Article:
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Name Instructor Course Date Body Modifications in the Modern Western Society In some societies that are considered to be primitive compared to urbanized places, many cultural aspects as well as traditional customs may be seen as appalling, dreadful, and could make people rather squeamish…
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Body Modifications in the Modern Western Society
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Download file to see previous pages It is imperative that considerations with regards to the ideals and beliefs be taken in order to understand as to why not just primitive cultures but modern society in general fully accepts body piercing and modification as a part of the norm. Body piercings and modifications are components of a long history of cultures that are usually rooted in shamanic and other healing practices (Favazza 2). In the past, and even in the present, blood has been a symbol of life, and thus most cultures would be putting emphasis on the importance of life and living by holding sacrifices, blood-letting, scarifications and tattoos to tribal members, whether it is part of a rite of passage or as prayer for healing, among others. The transformation of the body can be also seen as a part of a tribe’s culture, of either as a status symbol or as the ideal picture of being presentable (“Cultural Customs”). The price of attaining beauty with regards to the perspectives of some particular tribes is by altering the normal appearance of the body into what is considered beautiful. As compared to the modern societies today, this is not something new, since there are many people who also modify their bodies by adding piercings, tattoos, even scars to promote their own identities. However, it is not a cultural thing, but a matter of choice, as is also other modifications such as body implants, body building, and other dietary alterations (Featherstone 1).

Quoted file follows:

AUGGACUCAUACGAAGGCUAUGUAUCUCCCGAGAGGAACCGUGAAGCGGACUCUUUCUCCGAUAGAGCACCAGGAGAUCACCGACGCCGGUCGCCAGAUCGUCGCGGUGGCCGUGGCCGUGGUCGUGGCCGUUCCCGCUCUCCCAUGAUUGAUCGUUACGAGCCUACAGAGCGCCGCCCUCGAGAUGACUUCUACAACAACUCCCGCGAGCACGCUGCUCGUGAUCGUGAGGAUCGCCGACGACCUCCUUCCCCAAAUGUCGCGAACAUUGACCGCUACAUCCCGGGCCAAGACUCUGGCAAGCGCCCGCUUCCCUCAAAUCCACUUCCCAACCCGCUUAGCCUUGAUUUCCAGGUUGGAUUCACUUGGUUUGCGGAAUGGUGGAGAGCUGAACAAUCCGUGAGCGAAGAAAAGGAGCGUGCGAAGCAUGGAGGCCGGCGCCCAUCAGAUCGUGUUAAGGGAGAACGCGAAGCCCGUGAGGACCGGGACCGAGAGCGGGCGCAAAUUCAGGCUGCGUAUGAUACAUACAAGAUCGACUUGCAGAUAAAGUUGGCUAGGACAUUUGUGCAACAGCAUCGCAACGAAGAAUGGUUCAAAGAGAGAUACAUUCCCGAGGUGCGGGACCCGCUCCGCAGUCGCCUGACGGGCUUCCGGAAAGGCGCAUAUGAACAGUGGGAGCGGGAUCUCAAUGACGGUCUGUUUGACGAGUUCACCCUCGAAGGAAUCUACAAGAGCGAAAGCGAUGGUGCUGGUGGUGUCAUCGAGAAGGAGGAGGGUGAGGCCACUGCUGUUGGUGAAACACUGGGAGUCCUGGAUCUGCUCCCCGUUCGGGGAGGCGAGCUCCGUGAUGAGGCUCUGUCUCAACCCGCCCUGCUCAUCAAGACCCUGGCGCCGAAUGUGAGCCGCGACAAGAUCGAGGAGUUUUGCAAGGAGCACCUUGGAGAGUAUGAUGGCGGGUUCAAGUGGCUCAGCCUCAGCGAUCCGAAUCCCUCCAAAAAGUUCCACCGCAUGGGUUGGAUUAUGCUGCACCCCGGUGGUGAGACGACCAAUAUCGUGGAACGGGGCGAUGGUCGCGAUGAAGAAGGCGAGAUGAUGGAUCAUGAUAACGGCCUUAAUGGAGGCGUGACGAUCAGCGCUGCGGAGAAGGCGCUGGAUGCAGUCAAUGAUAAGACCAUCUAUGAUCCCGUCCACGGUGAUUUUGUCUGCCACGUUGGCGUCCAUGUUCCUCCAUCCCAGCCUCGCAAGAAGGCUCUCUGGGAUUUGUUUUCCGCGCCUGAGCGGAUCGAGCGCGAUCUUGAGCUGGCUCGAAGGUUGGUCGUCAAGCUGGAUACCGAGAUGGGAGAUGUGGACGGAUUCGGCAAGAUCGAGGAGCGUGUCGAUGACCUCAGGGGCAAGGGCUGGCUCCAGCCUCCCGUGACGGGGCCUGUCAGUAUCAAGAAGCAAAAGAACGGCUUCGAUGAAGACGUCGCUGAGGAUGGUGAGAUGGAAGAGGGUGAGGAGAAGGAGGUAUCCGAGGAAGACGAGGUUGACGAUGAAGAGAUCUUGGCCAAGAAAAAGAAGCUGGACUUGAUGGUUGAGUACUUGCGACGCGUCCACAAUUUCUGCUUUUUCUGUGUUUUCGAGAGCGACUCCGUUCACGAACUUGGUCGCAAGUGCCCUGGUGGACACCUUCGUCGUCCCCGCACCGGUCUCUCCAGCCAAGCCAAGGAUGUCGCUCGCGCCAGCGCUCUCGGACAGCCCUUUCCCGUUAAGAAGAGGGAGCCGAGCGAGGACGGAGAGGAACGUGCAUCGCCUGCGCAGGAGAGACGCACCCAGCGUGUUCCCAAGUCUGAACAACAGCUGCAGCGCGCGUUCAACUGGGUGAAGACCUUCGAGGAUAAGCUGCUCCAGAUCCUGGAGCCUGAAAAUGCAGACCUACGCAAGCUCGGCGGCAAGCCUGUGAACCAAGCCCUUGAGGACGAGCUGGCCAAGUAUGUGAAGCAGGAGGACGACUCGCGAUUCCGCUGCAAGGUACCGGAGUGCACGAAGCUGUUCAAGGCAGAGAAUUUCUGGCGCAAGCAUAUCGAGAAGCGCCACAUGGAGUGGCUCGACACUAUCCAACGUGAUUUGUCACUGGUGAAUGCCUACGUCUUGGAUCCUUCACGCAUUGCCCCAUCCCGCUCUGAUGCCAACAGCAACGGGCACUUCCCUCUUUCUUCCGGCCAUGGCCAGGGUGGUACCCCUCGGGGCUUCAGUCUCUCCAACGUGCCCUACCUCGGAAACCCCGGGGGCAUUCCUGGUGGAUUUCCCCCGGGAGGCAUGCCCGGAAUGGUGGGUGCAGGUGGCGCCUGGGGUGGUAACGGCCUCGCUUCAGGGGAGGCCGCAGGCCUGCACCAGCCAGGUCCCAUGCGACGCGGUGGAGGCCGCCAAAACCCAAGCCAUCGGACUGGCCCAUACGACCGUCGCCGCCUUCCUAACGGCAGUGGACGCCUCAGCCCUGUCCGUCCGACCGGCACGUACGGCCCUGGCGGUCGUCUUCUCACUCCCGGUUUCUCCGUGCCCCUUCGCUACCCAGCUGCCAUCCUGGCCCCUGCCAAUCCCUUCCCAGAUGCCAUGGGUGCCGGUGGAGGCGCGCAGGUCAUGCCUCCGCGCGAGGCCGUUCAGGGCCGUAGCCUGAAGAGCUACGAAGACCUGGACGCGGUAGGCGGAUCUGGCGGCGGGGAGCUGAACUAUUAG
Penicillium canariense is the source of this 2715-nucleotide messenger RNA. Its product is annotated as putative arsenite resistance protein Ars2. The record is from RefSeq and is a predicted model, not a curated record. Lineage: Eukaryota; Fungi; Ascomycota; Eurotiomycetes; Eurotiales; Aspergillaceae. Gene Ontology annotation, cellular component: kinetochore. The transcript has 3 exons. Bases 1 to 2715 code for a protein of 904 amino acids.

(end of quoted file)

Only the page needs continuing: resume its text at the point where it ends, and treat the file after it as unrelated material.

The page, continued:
Body modification is defined as practices that aim to change the natural appearance of the body in any form or means (Featherstone 1). Among such practices would be tattooing of skin, body piercings, the addition of implants in the body as well as the other dietary and exercise regimen such as fasting and body-building. In some primitive cultures, altering the body to some extent is regarded as either a rite of passage or as a beautification ritual. The addition of tattoos and other forms of scarification gives the younger boys their passport to adulthood. In a tribe in Papua New Guinea, the cutting of skin and making it seem like a crocodile’s is not just for beautification, but as a part of the transformation of boys into adults, and by entering such a ritual is their recognition of being mature in the eyes of the whole village (“Cultural Customs”). The Suri tribe in Africa cut their lips and insert a clay pot in it, and according to their customs, the larger the plate, the more one woman is desirable to other men, and she might even get a lot of cattle as dowry for marriage (“Cultural Customs”). In Indonesia, chiseling the teeth into fine points is considered to be another form of adornment, and women who get their teeth chiseled are seen as having a higher status than those who don normal-looking teeth (“Cultural Customs”). In a westerner’s perspective this seems to be cruel, it must also be remembered that modifications of the body such as breast implants and rhinoplasty are also done my many women in order to become much more attractive to males. Also, for some people the addition of implants is a way of hastening the process of evolution. Performance artists such as Orlan and Stelarc modify their bodies through implants such as horns, and by altering their bodies they convey the message of critiquing the notion and concept of beauty (Featherstone 9). For most ...Download file to see next pagesRead More
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